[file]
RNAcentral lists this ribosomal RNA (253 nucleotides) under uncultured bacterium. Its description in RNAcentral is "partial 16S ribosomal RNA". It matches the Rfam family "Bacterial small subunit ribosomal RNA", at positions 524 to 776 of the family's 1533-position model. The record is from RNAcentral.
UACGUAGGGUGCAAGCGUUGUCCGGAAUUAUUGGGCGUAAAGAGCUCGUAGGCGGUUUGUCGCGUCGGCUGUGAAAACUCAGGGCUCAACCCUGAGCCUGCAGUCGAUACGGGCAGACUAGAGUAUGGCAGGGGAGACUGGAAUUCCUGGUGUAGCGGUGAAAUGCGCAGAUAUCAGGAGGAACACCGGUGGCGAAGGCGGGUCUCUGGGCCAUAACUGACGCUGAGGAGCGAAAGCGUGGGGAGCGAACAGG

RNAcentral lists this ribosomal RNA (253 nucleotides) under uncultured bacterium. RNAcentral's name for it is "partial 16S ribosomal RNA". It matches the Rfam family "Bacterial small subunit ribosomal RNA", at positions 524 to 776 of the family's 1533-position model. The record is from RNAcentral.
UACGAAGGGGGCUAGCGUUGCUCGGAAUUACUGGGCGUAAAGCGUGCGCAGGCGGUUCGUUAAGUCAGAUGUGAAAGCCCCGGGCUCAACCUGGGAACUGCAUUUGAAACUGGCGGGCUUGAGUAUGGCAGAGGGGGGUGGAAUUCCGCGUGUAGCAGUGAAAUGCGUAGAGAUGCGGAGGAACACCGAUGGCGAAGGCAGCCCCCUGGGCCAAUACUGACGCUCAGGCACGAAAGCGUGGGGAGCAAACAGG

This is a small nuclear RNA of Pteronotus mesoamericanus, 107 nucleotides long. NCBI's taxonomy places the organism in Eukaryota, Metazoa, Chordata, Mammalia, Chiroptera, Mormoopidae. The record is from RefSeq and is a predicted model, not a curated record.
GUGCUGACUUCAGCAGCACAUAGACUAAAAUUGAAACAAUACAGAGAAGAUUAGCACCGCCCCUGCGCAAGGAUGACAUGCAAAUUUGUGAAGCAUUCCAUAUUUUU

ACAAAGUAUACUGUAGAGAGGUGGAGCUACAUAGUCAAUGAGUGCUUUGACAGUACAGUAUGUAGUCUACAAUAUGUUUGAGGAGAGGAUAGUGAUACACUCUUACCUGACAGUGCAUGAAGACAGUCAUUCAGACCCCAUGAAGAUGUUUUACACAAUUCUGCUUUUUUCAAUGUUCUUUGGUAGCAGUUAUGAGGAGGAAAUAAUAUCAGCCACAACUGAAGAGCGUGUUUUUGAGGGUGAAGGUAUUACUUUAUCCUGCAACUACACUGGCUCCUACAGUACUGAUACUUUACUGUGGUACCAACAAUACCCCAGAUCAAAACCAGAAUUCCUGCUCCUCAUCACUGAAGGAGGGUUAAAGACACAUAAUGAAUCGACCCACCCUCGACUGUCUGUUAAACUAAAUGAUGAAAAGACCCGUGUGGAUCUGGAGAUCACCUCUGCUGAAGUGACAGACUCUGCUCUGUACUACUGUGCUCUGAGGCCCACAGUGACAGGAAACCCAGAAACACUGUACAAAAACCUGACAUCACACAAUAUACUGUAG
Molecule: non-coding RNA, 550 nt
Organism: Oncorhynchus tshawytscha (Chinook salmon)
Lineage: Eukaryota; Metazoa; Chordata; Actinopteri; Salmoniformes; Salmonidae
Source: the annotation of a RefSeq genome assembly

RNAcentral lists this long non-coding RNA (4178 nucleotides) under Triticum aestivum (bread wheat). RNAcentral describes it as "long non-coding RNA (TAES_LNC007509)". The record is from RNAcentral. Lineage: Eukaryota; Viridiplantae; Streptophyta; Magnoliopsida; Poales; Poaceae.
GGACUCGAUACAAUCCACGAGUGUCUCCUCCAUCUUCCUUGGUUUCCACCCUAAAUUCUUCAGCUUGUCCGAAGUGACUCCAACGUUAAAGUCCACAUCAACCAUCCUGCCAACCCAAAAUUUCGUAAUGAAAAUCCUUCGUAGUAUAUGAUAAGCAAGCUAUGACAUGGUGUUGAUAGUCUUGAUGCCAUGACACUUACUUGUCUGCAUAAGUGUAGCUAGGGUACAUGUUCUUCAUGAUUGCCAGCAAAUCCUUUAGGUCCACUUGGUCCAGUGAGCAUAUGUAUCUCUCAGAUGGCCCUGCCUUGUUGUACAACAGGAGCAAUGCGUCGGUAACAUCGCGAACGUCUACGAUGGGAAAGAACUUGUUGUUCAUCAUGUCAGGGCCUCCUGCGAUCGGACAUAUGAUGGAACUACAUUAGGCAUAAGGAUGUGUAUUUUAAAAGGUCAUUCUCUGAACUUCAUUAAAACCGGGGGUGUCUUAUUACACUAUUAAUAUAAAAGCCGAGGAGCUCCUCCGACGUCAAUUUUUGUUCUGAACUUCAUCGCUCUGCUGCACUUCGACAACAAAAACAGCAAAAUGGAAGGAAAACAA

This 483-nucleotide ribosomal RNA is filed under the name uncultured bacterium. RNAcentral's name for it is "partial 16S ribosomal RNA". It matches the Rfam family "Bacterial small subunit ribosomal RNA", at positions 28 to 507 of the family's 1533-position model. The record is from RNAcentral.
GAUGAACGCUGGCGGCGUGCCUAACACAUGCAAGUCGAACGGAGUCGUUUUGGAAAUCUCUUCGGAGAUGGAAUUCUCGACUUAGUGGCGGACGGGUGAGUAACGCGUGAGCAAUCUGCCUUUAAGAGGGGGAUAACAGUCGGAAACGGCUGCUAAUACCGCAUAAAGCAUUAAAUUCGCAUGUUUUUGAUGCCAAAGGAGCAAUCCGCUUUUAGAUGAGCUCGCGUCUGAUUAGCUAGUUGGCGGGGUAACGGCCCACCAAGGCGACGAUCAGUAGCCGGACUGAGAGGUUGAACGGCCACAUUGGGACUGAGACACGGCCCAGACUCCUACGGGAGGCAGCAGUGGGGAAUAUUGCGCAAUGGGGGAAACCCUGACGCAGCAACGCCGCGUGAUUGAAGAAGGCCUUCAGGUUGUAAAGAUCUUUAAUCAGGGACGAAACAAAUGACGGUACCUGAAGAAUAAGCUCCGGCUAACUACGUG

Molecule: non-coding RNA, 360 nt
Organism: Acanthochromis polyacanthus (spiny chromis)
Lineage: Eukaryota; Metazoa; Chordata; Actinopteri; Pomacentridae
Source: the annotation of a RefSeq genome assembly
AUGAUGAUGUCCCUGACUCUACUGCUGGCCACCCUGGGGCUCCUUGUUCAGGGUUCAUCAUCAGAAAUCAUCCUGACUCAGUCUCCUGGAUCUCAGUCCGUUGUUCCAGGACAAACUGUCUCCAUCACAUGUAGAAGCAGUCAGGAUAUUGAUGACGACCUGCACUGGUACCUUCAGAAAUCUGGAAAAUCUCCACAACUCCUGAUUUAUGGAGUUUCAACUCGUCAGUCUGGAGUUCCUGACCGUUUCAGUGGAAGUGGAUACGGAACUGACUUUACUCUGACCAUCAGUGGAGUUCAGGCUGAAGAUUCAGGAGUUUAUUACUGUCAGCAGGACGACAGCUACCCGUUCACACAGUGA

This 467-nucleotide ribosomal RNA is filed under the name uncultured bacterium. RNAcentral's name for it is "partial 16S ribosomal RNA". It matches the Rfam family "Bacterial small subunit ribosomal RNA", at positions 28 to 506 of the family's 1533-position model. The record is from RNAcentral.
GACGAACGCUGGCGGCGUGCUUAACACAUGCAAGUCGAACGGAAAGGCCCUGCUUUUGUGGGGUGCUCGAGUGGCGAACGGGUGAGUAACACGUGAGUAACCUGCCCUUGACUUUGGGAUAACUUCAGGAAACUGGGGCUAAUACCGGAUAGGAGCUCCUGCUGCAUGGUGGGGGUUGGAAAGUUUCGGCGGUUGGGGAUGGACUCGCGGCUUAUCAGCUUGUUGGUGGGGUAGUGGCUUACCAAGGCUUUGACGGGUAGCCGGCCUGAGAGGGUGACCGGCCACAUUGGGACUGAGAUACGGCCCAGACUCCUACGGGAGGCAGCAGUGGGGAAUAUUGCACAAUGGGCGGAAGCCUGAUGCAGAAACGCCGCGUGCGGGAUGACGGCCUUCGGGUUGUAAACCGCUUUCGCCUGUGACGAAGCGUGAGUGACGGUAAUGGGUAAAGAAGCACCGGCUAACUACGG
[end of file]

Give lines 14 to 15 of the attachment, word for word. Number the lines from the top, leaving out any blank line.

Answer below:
This 483-nucleotide ribosomal RNA is filed under the name uncultured bacterium. RNAcentral's name for it is "partial 16S ribosomal RNA". It matches the Rfam family "Bacterial small subunit ribosomal RNA", at positions 28 to 507 of the family's 1533-position model. The record is from RNAcentral.
GAUGAACGCUGGCGGCGUGCCUAACACAUGCAAGUCGAACGGAGUCGUUUUGGAAAUCUCUUCGGAGAUGGAAUUCUCGACUUAGUGGCGGACGGGUGAGUAACGCGUGAGCAAUCUGCCUUUAAGAGGGGGAUAACAGUCGGAAACGGCUGCUAAUACCGCAUAAAGCAUUAAAUUCGCAUGUUUUUGAUGCCAAAGGAGCAAUCCGCUUUUAGAUGAGCUCGCGUCUGAUUAGCUAGUUGGCGGGGUAACGGCCCACCAAGGCGACGAUCAGUAGCCGGACUGAGAGGUUGAACGGCCACAUUGGGACUGAGACACGGCCCAGACUCCUACGGGAGGCAGCAGUGGGGAAUAUUGCGCAAUGGGGGAAACCCUGACGCAGCAACGCCGCGUGAUUGAAGAAGGCCUUCAGGUUGUAAAGAUCUUUAAUCAGGGACGAAACAAAUGACGGUACCUGAAGAAUAAGCUCCGGCUAACUACGUG